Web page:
How comparative anatomy and embryology finds proof evolution theory?
It was very soon found from study of the anatomy of various species of organisms, and especially in studying the ontogenesis of their individual organs, that the structural plans of the bodies of even very dissimilar organisms within the individual taxa are extremely similar in their individual details. For example, amongst vertebrates, the human hand, the digging limb of a mole and the wing of a bird contain the same groups of bones (Fig. XXVII.4). We say that the individual bones in various species can be homologized, i.e. that they are homologous structures, homologues. In addition, these bones were formed in the course of ontogenesis by basically the same mechanisms from the same basic forms. Simultaneously, if we compare the limbs of other groups of organisms, for example the limb of a mole and the limb of a mole cricket, it is immediately obvious that functionally identical types of limbs can be formed by completely different means, from completely different parts and through completely different ontogenetic mechanisms.
The occurrence of homologous structures within individual monophyletic taxa is now considered to be a consequence of the fact that the individual species were formed by divergence from a common ancestor. As biogeography has demonstrated that daughter species can be formed only from some parent species, comparative anatomy has also confirmed that a new anatomical structure can be formed only by modification of a different structure that already existed in the parent species.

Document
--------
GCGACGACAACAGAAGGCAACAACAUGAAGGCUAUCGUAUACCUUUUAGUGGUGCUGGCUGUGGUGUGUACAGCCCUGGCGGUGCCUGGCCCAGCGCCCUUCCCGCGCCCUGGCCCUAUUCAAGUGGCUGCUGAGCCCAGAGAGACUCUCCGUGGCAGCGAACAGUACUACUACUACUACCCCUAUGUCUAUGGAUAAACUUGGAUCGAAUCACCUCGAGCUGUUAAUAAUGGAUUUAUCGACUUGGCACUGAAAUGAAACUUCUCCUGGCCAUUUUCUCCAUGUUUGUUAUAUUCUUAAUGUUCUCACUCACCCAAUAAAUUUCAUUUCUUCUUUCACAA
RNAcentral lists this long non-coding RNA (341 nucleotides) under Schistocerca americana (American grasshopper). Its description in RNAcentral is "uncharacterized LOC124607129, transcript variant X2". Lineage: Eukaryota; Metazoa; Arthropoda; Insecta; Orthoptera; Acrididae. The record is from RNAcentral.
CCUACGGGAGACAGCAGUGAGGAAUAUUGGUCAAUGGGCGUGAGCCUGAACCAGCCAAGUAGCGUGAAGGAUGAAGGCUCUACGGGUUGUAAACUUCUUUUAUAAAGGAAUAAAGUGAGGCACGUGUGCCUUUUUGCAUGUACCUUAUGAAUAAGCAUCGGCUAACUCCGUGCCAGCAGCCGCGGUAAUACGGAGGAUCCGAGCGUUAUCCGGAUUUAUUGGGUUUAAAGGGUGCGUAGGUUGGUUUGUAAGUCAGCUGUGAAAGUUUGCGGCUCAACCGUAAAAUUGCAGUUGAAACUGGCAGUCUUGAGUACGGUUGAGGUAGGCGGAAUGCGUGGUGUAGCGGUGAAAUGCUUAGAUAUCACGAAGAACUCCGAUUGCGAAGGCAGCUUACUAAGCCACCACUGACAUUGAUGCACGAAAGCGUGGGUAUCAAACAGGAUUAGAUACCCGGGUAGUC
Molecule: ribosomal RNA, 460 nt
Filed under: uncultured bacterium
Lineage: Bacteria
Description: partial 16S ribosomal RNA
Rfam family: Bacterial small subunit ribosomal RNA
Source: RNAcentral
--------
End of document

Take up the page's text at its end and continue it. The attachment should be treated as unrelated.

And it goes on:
The existence of rudiments and atavisms also confirm that the occurrence of homologous structures actually does not have a functional cause. Rudiments are residual organs that occur in all the individuals of a certain species, where they do not fulfill any function in this species. Thus, they are mostly much smaller and structurally simpler than where they fulfill some sort of function (Fig. XXVII.5). Some rudiments in the given species of organism are formed only during embryonic development and cannot be found in adult individuals. The appendix, a worm-like protuberance of the intestine, is considered to be a rudiment in humans. In a great many taxa, the appendix plays a very important role in digestion and is quite large (Fig. XXVII.6). It has been substantially reduced in humans and its removal apparently does not negatively affect the fitness of the individual.
Atavisms represent a similar case to rudiments. Atavisms are structures that, in contrast to rudiments, occur in only some individuals of a particular species, have no functional importance for their bearers and simultaneously occur in all the members of some other species, where they do have functional importance. For example, in humans, individuals occur very rarely that have an atavism in the form of a tail (Fig. XXVII.7). The occurrence of atavisms is once again very good evidence for the evolutionary mechanisms of the origin of species. The organisms can manage quite well without these structures, so that their presence has no functional basis. They are not formed in most individuals, so that their presence necessarily cannot follow from the properties of the components from which the body of the organism is formed or from the character of the processes of ontogenesis (see the structuralist explanation of evolutionary trends, XXVI.7.4). The only reasonable explanation that remains is the evolutionary explanation – the occurrence of rudiments and atavisms follows from the fact that these organs existed in functional form in an ancestor of the given species, so that the ability to form them is also borne by the members of successor species.